Still, those disagreements were invariably of a political nature and Emperor Francis Joseph was always unwavering in his support of Catholic doctrine and very aware of his duties and responsibilities as a Catholic monarch. He was a staunch Christian and his sincerity only increased with time (and that was a lot for someone as old as he came to be). It was his nephew and successor, Emperor Charles I of Austria-Hungary, who would gain the most recognition for his devout Christian faith. Again, for Charles, it was something strengthened by his family life, something he and his wife, Empress Zita, had in common and worked to instill in their children. They were devoted to each other and helped each other in their devotion to God. You can see his deep Christian faith on display throughout his life and his short reign on the Hapsburg thrones. His effort to make peace may have been ill-advised and doomed to failure, but the fact that he made it at all says much about his character. No one who knew Emperor Charles could not but come away impressed by the sincerity of his devotion to God and this faith sustained him in the time of his exile. The Catholic Church has never made a habit of canonizing monarchs (though it has certainly happened much more often than for presidents, which is 'never') and it says much as well that even in the very anti-monarchy early 21st Century that Emperor Charles would be beatified by Pope John Paul II in 2004. When the Catholic Church wished to hold up to the world an example of Christian leadership in the political sphere, they held up a Hapsburg monarch.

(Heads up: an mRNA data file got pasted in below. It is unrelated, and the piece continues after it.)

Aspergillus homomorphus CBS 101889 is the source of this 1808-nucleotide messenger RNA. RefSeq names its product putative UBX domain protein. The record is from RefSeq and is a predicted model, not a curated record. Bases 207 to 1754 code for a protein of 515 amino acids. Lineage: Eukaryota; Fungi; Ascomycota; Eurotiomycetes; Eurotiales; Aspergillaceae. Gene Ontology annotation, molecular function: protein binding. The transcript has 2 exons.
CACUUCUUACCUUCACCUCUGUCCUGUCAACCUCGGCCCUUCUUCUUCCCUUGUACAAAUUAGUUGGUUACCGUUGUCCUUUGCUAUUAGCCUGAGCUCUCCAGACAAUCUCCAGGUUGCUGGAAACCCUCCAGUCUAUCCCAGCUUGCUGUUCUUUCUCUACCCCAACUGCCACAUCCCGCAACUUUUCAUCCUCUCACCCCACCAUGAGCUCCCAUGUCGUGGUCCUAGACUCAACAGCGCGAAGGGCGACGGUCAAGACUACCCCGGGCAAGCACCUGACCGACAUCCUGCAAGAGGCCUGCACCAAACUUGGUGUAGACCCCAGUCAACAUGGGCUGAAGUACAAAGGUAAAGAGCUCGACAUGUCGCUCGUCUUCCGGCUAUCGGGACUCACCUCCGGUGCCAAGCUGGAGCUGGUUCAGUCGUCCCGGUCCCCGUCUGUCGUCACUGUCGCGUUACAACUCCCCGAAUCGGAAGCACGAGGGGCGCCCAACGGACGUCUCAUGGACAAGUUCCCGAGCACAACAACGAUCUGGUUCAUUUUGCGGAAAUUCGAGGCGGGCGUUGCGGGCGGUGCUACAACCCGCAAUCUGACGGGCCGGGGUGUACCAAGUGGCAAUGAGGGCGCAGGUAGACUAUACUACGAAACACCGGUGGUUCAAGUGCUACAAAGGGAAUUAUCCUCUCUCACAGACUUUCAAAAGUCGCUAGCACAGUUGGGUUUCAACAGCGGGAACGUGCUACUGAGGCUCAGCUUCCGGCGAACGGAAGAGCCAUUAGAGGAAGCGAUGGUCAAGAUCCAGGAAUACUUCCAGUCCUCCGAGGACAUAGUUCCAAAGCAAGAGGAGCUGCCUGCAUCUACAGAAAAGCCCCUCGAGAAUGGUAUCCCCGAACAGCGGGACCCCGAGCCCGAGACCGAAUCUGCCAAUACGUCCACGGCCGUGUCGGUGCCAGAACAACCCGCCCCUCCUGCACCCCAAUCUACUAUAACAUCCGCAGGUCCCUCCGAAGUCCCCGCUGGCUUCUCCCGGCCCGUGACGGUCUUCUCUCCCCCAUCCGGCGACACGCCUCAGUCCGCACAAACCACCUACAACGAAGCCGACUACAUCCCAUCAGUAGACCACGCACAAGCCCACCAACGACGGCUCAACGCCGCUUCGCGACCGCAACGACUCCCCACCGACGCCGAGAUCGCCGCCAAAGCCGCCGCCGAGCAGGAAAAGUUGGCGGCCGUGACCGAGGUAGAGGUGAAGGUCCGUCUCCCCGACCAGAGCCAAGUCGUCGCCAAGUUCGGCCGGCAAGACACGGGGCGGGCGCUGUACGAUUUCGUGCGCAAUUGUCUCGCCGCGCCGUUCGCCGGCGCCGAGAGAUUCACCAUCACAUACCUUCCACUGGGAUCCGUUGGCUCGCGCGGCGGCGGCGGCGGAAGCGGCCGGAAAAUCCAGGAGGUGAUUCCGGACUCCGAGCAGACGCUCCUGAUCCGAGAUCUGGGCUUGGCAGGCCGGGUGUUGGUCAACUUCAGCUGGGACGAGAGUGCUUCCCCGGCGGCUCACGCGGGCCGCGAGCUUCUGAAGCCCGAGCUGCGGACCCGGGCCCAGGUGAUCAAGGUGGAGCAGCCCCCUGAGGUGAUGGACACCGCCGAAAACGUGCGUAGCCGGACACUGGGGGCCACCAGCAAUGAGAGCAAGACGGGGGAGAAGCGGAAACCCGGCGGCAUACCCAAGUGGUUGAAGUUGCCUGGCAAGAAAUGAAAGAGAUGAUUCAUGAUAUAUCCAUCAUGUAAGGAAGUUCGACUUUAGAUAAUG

Cases such as the last Czar of Russia or Emperor of Austria may be well known but for the others, sadly, their very open and devout Christian faith is all too often ignored. This should not be the case and, as can be seen, such faith, while not universal, was certainly not a rare exception. Today it can often seem like Christianity is banned from the halls of power, and often times it actually is, but it is then all the more important to remember that this was not always the case and it was not the case not all that long ago. Today, future monarchs are being raised in an environment very hostile to Christianity but even now there are still faithful Christians among the monarchs of Europe, even if they are not allowed to be very open about it. What is important, I think, to take away from all of this is our own responsibility. If we want God to give us good, Christian monarch as in days past, we might first try becoming a good, Christian public or at least aim to make an effort at such similar to how our forefathers did.